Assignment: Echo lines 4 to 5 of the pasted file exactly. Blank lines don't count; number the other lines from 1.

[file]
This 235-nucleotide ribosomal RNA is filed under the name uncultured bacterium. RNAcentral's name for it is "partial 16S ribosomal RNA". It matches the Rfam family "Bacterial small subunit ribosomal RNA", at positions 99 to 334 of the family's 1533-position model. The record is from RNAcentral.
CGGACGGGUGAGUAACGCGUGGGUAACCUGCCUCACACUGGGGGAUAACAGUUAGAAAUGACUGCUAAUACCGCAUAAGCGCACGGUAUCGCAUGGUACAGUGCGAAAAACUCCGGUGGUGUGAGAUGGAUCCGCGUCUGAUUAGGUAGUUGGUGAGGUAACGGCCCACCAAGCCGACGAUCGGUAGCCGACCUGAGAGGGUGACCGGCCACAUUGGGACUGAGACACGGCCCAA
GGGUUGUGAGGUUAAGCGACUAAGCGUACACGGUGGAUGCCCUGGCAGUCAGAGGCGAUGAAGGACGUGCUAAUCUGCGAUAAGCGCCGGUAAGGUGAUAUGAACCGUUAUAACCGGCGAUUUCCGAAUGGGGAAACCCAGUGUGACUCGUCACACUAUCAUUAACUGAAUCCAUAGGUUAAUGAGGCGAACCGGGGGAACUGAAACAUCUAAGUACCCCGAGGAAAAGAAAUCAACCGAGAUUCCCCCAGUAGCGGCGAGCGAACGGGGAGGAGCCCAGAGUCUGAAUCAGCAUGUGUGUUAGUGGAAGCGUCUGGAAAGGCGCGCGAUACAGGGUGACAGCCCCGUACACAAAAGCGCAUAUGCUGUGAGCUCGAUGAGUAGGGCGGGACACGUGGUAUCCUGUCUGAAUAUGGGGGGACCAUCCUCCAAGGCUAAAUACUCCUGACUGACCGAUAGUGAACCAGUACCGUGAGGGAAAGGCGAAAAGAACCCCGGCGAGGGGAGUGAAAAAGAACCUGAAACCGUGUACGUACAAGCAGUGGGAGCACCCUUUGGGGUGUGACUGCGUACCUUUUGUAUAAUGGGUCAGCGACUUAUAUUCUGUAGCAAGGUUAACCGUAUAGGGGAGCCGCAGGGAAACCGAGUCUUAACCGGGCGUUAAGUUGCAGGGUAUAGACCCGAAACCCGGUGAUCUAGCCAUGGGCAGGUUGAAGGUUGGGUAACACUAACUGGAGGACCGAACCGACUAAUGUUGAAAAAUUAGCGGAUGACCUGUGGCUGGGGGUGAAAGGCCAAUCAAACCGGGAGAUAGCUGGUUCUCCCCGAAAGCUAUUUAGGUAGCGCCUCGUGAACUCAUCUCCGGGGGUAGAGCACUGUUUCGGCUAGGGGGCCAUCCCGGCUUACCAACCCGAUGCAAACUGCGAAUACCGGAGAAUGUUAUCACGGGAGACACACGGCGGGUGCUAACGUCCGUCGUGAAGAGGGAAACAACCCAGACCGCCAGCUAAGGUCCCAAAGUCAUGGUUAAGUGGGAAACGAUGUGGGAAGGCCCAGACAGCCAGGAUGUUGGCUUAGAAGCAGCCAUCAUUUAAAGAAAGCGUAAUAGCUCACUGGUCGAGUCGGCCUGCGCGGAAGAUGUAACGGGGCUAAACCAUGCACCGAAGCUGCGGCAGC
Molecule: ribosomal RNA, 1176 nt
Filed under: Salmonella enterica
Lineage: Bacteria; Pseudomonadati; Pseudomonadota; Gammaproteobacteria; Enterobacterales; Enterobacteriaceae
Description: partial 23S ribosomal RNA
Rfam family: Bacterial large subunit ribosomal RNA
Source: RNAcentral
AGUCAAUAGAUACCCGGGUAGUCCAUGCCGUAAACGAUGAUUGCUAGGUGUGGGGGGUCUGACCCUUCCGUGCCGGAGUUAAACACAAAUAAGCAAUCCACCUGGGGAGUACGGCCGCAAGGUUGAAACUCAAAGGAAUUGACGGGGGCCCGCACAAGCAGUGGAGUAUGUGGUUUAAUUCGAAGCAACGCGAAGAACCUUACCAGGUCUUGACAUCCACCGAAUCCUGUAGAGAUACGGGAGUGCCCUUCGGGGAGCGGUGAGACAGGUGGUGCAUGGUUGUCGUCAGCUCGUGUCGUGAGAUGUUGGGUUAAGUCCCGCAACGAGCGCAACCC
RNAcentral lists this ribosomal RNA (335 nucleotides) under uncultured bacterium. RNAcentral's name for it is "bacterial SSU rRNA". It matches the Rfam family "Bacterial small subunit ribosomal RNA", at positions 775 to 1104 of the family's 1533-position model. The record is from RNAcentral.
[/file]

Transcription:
Molecule: ribosomal RNA, 1176 nt
Filed under: Salmonella enterica